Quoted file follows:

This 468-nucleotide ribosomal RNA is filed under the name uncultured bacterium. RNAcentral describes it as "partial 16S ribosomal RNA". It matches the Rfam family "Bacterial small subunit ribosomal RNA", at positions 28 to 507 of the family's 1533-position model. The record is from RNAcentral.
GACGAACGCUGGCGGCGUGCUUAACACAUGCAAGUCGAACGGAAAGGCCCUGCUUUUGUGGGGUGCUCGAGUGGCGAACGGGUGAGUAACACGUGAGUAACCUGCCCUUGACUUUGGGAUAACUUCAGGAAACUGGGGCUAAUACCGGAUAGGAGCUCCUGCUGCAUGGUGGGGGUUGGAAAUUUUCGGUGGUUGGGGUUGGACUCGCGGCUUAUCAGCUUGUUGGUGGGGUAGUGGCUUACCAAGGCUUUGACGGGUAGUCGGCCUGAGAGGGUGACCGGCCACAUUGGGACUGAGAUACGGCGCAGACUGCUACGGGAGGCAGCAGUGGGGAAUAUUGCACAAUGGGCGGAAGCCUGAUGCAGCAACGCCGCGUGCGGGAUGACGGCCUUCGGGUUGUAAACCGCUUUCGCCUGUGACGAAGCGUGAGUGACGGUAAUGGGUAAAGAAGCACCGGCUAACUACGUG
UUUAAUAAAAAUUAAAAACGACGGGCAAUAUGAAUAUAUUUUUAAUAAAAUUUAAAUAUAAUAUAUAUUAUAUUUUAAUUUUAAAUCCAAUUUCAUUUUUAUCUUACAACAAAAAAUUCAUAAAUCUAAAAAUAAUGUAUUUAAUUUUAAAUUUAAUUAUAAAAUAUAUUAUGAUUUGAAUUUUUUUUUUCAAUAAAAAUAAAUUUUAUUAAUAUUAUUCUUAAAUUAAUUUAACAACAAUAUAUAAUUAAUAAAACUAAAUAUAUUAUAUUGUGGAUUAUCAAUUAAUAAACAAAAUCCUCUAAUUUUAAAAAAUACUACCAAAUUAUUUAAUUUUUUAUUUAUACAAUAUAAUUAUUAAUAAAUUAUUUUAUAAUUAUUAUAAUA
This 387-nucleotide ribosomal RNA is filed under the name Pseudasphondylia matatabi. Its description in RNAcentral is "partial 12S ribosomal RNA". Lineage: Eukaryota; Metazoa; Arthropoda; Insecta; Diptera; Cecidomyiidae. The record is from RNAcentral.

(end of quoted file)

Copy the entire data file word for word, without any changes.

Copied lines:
This 468-nucleotide ribosomal RNA is filed under the name uncultured bacterium. RNAcentral describes it as "partial 16S ribosomal RNA". It matches the Rfam family "Bacterial small subunit ribosomal RNA", at positions 28 to 507 of the family's 1533-position model. The record is from RNAcentral.
GACGAACGCUGGCGGCGUGCUUAACACAUGCAAGUCGAACGGAAAGGCCCUGCUUUUGUGGGGUGCUCGAGUGGCGAACGGGUGAGUAACACGUGAGUAACCUGCCCUUGACUUUGGGAUAACUUCAGGAAACUGGGGCUAAUACCGGAUAGGAGCUCCUGCUGCAUGGUGGGGGUUGGAAAUUUUCGGUGGUUGGGGUUGGACUCGCGGCUUAUCAGCUUGUUGGUGGGGUAGUGGCUUACCAAGGCUUUGACGGGUAGUCGGCCUGAGAGGGUGACCGGCCACAUUGGGACUGAGAUACGGCGCAGACUGCUACGGGAGGCAGCAGUGGGGAAUAUUGCACAAUGGGCGGAAGCCUGAUGCAGCAACGCCGCGUGCGGGAUGACGGCCUUCGGGUUGUAAACCGCUUUCGCCUGUGACGAAGCGUGAGUGACGGUAAUGGGUAAAGAAGCACCGGCUAACUACGUG
UUUAAUAAAAAUUAAAAACGACGGGCAAUAUGAAUAUAUUUUUAAUAAAAUUUAAAUAUAAUAUAUAUUAUAUUUUAAUUUUAAAUCCAAUUUCAUUUUUAUCUUACAACAAAAAAUUCAUAAAUCUAAAAAUAAUGUAUUUAAUUUUAAAUUUAAUUAUAAAAUAUAUUAUGAUUUGAAUUUUUUUUUUCAAUAAAAAUAAAUUUUAUUAAUAUUAUUCUUAAAUUAAUUUAACAACAAUAUAUAAUUAAUAAAACUAAAUAUAUUAUAUUGUGGAUUAUCAAUUAAUAAACAAAAUCCUCUAAUUUUAAAAAAUACUACCAAAUUAUUUAAUUUUUUAUUUAUACAAUAUAAUUAUUAAUAAAUUAUUUUAUAAUUAUUAUAAUA
This 387-nucleotide ribosomal RNA is filed under the name Pseudasphondylia matatabi. Its description in RNAcentral is "partial 12S ribosomal RNA". Lineage: Eukaryota; Metazoa; Arthropoda; Insecta; Diptera; Cecidomyiidae. The record is from RNAcentral.